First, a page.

Windows NT's mad crazy command interpreter. For some reason wasn't good enough for them anymore, so they introduced some incompatibilities and made CMD.exe. Now we can all use 20 year old batch files on our brand new quad Xeon NT server.

CMD.EXE is windows NT/2000/XP's 32-bit command interpreter.
In order to add new features, and yet keep compatibility with NT 3 and windows 3.1, it was decided to use a completely new program, and keep for running batch files that expected to be running on earlier operating systems.

CMD.EXE is similar to the windows 95 shell, in that it properly supports long filenames. 'CD "My Music"' works fine in CMD.EXE, but under COMMAND.COM, you must know the short file name. NT doesn't use the same scheme for producing short file names as 9X, and depending on how NT is set up, there might not even be one. dir /x will show short filenames in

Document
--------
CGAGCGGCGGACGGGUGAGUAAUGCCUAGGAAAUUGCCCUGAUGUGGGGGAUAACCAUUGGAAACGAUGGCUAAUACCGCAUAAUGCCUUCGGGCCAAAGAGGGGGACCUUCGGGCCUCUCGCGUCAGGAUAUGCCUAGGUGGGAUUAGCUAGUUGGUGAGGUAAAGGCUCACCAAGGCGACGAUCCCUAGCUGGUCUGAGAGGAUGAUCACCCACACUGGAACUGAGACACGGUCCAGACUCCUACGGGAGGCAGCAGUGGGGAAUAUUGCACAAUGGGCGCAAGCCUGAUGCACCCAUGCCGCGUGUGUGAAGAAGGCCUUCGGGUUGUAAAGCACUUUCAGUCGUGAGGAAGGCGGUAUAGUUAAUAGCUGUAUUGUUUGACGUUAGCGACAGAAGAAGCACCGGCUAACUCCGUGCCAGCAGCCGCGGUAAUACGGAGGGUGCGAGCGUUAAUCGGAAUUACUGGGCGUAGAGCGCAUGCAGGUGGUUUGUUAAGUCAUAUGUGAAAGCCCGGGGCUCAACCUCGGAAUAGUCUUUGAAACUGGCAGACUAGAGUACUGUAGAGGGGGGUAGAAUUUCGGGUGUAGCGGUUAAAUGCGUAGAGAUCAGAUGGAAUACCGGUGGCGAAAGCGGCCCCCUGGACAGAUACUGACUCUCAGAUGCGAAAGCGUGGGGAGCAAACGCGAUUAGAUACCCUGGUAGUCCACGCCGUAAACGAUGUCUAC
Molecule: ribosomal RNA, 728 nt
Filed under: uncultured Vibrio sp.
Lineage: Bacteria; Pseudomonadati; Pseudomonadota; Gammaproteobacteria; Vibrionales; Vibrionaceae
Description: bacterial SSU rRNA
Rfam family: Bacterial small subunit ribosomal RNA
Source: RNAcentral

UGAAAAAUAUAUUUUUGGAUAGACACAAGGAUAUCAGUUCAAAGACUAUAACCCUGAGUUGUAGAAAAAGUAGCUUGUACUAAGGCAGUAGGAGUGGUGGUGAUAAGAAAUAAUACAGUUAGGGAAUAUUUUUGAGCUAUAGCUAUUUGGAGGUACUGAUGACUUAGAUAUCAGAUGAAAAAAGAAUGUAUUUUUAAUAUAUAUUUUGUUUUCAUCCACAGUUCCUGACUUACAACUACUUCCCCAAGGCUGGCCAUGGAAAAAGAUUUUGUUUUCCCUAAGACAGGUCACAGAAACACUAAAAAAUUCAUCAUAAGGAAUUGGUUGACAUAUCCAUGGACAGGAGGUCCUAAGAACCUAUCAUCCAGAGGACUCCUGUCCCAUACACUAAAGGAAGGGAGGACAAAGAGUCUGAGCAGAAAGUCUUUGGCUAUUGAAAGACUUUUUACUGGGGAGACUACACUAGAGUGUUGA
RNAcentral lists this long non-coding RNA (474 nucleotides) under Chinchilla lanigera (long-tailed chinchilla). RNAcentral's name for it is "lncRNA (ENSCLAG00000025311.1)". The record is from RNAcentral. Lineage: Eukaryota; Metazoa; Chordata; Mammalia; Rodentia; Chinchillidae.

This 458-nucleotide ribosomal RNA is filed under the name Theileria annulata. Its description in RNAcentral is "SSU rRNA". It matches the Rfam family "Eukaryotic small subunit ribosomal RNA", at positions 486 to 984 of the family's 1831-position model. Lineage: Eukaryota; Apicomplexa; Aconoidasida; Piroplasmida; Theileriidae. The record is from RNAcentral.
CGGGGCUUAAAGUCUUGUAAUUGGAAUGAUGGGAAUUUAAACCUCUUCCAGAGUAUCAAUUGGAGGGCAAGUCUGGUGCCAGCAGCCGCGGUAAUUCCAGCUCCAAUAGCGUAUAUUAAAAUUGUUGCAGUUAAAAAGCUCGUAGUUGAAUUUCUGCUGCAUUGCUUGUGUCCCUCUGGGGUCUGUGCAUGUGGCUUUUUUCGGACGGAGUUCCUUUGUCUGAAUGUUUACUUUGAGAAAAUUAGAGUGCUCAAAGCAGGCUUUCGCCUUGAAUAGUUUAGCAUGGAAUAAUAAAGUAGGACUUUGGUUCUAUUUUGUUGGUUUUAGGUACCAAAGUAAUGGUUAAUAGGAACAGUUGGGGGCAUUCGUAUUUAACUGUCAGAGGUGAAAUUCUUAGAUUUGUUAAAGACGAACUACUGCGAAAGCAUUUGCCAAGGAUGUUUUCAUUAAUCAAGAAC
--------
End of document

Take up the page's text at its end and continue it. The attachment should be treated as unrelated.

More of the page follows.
Like in windows 95, CMD.EXE responds to close requests properly. Clicking the close button on a CMD.EXE window will exit cleanly, while a COMMAND.COM window will ignore it, and NT will ask for permission to terminate the process.

CMD.EXE can resolve UNC paths straight from the command-line with no hacks. 'c:\>\\server1\scripts\install.bat', for example. Windows 9x requires that a drive letter be inserted - 'c:\>c:\\server1\scripts\install.bat'. This behaviour is probably intended to add UNC support to legacy programs, as many DOS programs don't bother checking for \\s in their paths. CMD.EXE can perform tab completion of UNC paths once a \\server\share has been typed in.

Improvements over 95 include features borrowed from unix tab completion, pushd, findstr (a GREP clone), improved scripting commands (FOR, SETLOCAL, &&, || etc.) and various NT-specific commands (CACLS, COMPACT, etc.).

For help with CMD.EXE commands, see 'command reference', and 'new features in Windows 2000, command differences' in windows help, or type 'help' on the command line. See also: tab completion for how to enable it under 2000.

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